Breaking Down the New York Knicks' Biggest Needs and Best Options This Summer
After a disappointing second round exit, the New York Knicks are going to need to make some changes in the offseason, and Glen Grunwald has his work cut out.
The Knicks have only the taxpayers' exception of $3 million and veteran's minimum contracts to spend, along with the 24th overall pick in the draft.
With some smart moves, that should be enough to boost the team, but it will require quality negotiating and scouting.
Following a 54-win season, New York certainly has a solid squad, but here are the key needs they should be addressing to make it that much stronger ahead of next season.
Their Own Free Agents
If they are going to have repeat success in 2013-13, the first thing the Knicks need to do is bring back their own important free agents.
In particular, J.R. Smith, Kenyon Martin, Chris Copeland and Pablo Prigioni should all be priorities in free agency, as they all have key roles in New York's rotation.
Since he's been here for two seasons now, Smith can be signed with the Early Bird exception. That means the Knicks can offer him a maximum of four years, $20 million, which the New York Post has reported he is willing to accept.
That's great news for Knicks fans, because they can't afford for their second option—the reigning Sixth Man of the Year—to leave town.
Beyond Smith, the Knicks will be hoping not to have to use the taxpayers' exception on their own free agents, and the non-Bird exception may allow them to do so.
Using that exception, the Knicks can offer Martin a maximum of $1.7 million, and Copeland and Prigioni a maximum of just under $1 million without biting into their mid-level.
In his exit interview, Martin said he wanted to return to the Knicks, and sounded like he might give them a hometown discount as a thank you for allowing him to restart his career.
Copeland was similarly grateful to the Knicks in his own interview, and explicitly stated that money isn't a big deal for him.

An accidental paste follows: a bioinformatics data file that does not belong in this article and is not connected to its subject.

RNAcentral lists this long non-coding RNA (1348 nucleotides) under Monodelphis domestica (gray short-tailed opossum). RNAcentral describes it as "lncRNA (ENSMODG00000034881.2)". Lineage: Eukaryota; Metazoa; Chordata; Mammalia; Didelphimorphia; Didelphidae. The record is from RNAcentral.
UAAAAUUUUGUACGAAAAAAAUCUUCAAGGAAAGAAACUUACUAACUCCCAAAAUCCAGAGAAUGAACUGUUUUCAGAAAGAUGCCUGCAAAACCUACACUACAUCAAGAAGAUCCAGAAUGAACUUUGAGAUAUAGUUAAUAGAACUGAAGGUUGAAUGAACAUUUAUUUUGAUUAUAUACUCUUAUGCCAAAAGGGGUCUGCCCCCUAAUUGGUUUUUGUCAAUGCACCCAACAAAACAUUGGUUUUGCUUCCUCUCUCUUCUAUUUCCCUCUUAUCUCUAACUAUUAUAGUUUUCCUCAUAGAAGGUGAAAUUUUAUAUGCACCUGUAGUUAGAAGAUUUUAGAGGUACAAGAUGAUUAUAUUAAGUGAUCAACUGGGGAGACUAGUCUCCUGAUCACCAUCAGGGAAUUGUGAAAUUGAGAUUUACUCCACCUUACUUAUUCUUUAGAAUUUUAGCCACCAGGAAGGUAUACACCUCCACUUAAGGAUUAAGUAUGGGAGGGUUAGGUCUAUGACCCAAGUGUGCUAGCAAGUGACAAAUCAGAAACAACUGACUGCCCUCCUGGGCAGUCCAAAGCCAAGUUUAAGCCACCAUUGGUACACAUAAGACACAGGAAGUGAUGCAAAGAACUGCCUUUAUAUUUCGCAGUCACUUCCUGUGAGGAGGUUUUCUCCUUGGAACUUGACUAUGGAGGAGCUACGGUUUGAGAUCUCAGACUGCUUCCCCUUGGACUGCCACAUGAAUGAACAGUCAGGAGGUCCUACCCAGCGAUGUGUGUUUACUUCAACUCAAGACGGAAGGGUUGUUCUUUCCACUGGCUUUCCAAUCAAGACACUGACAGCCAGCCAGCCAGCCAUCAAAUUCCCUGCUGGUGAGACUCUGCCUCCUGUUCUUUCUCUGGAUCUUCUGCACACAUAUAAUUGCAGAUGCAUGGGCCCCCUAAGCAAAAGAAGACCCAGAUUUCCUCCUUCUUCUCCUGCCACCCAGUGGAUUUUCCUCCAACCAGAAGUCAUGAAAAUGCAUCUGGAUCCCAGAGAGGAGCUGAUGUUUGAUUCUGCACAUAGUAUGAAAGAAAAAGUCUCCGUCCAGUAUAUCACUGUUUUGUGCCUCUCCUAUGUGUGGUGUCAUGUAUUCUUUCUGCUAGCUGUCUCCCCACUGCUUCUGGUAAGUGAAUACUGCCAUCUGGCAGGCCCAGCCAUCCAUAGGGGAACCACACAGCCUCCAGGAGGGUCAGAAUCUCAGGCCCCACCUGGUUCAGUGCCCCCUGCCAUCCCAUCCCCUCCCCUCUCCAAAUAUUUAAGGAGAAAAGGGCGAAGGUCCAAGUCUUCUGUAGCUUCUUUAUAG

The one player the Knicks could struggle to re-sign is Prigioni, and the Knicks may have to offer part of the mid-level to keep him in New York. It's frustrating, but considering his 16-2 record in the starting lineup last season, he may be worth the money.
Bringing back all four players will leave the Knicks' roster at 11, with room to sign a maximum of four new players.
Back-Up Point Guard
Even if Prigioni is re-signed, the Knicks are in the market for a back-up point guard. The Argentine is more likely to play off the ball alongside Raymond Felton, leaving a spot on the bench for the back-up role.
In particular, the Knicks need someone young, who can provide energy and penetration for the second unit. That was one of the major attributes the Knicks' bench lacked last season, and it will need to be fixed for the team to improve.
Hopefully, the Knicks will be able to find someone who is a good shooter and passer, but getting a truly well-rounded guard may be hard with only $3 million to spend.
The best-case scenario would be for Miami's Shane Larkin to fall to them in the draft. He's extremely fast and athletic, and has the basketball IQ to be successful in the NBA. Drafting him would also come with the benefit of not having to use the taxpayers' exception.